Limits on lockdown
The new guidelines also urge authorities to “ensure the normal functioning of society and basic medical services,” saying areas that aren’t designated high-risk should not restrict people’s movements or close businesses.
Lockdowns are only allowed in “high-risk areas,” and even then, should be “promptly” lifted if no new cases are found for five consecutive days, it said. It added that authorities are forbidden from blocking fire escapes, apartment or building entrances, and other gates, so residents can still evacuate and seek medical attention if needed.
This particular guideline comes at a particularly sensitive time, with China still reeling from a wave of rare public protest in late November and early December, that had been triggered by a deadly fire in the far western Xinjiang region. Public fury had swept the nation after videos of the incident appeared to show lockdown measures had delayed firefighters from reaching the victims.
During the protests, thousands across the country took to the streets to call for an end to lockdowns and other zero-Covid measures – with some voicing broader grievances against censorship and the ruling Communist Party’s authoritarian leadership.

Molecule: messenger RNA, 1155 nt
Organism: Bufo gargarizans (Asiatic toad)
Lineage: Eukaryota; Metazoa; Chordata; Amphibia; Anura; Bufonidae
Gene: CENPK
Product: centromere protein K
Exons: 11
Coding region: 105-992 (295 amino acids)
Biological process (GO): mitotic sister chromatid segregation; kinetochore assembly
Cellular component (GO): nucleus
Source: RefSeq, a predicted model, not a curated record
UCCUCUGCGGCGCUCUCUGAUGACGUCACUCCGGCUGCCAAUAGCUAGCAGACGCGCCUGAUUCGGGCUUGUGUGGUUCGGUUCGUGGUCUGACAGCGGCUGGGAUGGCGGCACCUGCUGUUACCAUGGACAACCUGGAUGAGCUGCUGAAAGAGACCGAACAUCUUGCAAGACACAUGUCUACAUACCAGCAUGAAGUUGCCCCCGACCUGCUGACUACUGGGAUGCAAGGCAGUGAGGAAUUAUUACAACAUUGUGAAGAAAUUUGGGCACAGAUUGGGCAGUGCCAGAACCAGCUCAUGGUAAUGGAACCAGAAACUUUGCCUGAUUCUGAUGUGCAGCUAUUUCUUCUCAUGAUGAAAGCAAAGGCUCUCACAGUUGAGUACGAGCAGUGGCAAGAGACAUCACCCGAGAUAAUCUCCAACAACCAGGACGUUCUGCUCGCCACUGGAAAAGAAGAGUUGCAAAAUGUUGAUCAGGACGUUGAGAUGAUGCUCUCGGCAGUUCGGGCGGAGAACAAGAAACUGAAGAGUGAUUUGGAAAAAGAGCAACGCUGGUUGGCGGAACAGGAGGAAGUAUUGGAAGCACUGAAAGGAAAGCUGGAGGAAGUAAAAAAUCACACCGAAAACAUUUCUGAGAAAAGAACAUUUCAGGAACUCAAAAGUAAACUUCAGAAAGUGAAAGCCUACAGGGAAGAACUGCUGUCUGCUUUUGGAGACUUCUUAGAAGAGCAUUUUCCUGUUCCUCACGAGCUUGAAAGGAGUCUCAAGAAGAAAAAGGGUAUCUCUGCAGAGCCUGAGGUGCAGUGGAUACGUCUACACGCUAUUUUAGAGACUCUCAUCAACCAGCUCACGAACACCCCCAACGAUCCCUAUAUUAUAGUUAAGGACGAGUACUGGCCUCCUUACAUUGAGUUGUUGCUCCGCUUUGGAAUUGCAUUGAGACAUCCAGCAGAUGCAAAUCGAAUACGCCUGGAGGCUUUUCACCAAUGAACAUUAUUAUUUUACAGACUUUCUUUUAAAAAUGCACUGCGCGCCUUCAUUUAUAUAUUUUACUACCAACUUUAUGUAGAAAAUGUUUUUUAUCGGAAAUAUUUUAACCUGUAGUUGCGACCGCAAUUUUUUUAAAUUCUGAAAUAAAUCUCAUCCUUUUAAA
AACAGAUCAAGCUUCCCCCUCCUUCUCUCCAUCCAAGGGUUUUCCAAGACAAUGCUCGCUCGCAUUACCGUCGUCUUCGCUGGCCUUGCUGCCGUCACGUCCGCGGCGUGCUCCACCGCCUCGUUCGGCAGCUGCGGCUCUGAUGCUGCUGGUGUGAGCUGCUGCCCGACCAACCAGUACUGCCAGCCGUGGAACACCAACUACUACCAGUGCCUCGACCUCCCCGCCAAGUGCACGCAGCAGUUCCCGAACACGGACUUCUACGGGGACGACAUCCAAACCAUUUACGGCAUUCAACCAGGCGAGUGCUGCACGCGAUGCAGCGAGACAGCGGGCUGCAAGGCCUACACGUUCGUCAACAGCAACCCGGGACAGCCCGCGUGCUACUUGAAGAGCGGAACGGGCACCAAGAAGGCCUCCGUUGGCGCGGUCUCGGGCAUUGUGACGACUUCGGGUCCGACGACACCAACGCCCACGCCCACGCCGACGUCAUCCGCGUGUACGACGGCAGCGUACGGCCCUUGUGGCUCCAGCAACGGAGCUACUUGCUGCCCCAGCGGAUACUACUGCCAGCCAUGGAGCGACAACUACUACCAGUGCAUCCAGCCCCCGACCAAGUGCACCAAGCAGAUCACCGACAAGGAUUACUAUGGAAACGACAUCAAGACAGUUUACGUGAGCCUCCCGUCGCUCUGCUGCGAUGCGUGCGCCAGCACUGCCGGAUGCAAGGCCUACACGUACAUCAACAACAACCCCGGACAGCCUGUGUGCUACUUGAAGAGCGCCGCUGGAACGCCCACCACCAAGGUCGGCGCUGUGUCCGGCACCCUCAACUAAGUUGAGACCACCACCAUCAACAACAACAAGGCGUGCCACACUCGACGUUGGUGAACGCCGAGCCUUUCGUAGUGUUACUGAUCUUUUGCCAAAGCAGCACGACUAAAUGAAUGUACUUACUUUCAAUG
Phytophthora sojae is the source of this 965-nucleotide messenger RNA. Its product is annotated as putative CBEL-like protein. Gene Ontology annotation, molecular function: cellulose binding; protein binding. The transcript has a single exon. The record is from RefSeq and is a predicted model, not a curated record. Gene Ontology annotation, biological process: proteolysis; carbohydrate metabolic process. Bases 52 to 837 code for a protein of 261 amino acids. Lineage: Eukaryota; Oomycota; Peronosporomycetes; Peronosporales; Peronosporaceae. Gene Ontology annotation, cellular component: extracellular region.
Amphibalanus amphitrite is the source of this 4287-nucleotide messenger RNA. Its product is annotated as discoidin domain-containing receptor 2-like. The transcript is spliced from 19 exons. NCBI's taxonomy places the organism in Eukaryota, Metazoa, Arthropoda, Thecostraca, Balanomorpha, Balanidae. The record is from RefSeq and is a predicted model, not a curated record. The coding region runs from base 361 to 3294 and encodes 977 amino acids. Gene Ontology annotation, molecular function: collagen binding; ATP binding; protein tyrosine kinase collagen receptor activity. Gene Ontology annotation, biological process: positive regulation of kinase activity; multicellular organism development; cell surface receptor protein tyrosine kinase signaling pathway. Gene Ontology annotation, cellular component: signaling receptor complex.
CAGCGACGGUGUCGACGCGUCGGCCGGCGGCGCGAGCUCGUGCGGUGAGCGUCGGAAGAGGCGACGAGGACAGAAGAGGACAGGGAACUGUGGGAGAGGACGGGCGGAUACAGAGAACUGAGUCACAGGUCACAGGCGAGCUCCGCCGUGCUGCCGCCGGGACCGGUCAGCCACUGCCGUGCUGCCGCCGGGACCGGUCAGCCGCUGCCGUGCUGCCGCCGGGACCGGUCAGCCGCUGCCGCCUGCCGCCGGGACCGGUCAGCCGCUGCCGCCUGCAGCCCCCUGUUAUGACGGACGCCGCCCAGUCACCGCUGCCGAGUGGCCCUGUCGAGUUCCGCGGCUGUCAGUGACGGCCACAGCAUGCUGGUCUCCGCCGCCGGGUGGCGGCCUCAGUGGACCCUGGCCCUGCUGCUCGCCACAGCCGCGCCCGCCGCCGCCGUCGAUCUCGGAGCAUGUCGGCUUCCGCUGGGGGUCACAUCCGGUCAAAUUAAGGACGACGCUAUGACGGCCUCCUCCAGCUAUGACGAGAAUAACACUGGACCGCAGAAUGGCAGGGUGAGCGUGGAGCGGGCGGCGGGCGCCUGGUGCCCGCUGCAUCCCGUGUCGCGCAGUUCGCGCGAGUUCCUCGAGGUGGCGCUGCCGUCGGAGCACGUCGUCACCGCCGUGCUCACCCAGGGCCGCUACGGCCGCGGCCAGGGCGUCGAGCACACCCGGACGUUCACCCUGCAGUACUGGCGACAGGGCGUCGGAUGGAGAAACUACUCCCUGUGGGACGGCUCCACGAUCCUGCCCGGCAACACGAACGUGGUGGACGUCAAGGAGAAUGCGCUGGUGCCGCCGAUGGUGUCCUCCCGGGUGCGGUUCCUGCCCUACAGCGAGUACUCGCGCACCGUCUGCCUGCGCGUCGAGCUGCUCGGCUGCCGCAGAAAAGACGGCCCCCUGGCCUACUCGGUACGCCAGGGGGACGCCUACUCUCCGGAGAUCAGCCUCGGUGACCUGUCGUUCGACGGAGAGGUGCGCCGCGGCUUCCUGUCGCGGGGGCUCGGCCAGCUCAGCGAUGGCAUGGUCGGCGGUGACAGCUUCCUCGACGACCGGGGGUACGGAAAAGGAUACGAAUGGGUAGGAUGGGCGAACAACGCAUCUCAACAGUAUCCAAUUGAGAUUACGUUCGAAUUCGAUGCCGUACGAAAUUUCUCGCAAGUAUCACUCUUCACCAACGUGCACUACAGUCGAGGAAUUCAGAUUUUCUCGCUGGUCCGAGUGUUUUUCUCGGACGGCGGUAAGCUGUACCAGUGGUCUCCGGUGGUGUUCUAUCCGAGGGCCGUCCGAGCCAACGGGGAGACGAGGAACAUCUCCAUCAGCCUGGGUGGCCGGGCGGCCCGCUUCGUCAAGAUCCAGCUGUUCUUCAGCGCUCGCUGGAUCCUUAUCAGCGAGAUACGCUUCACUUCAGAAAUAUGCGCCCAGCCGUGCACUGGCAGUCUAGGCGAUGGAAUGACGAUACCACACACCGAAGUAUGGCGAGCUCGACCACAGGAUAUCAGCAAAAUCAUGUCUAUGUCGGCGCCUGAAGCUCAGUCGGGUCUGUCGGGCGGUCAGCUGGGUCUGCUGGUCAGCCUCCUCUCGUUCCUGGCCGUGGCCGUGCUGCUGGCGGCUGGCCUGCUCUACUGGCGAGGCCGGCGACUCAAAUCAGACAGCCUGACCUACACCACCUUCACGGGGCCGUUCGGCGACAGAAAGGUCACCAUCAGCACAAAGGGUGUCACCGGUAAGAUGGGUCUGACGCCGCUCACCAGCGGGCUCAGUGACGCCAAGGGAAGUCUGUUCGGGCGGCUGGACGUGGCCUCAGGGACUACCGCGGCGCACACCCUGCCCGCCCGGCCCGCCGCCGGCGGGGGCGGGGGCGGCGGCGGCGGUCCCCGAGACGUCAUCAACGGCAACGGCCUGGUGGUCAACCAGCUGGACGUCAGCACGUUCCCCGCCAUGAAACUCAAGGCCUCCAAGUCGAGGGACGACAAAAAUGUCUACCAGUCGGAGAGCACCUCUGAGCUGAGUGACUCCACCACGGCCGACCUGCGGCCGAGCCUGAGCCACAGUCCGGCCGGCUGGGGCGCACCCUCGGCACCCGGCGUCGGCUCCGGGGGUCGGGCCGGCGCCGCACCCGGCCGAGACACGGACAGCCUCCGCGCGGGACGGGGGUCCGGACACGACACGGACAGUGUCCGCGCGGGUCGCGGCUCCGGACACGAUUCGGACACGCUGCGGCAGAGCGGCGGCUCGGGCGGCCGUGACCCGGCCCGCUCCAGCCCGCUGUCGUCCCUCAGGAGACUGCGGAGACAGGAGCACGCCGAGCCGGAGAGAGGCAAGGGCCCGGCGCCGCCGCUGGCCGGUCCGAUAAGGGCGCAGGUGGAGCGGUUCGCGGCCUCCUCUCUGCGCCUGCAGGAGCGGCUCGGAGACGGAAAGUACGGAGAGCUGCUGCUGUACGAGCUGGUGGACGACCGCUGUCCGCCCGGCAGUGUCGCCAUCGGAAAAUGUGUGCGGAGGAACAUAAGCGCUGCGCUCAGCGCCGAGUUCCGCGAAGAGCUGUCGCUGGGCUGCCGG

The State Council on Wednesday also emphasized the need to accelerate Covid vaccination among the elderly, saying all locations should be “administrating as many vaccinations as possible.”
While the Omicron variant is milder than previous strains and China’s overall vaccination rate is high, experts say even a small number of severe cases among vulnerable and under-vaccinated groups like the elderly could overwhelm hospitals if infections spike across the country of 1.4 billion.
More than 86% of China’s population over 60 are fully vaccinated, according to China’s National Health Commission. That leaves around 25 million who have not received any shot, according to a comparison of official population figures and November 28 vaccination data. But booster rates are lower, with more than 45 million of the fully vaccinated elderly yet to receive an additional shot.
For the most at-risk over 80 age group, around two-thirds were fully vaccinated, but only 40% had received booster shots as of November 11, according to state media.
The rules also make domestic travel within China easier, with cross-regional travelers no longer needing to provide a negative test result or their health code – or test upon arrival.
These former requirements, as well as other travel restrictions such as provincial border closures and provincial train and bus suspensions, have made domestic travel difficult over the last few years.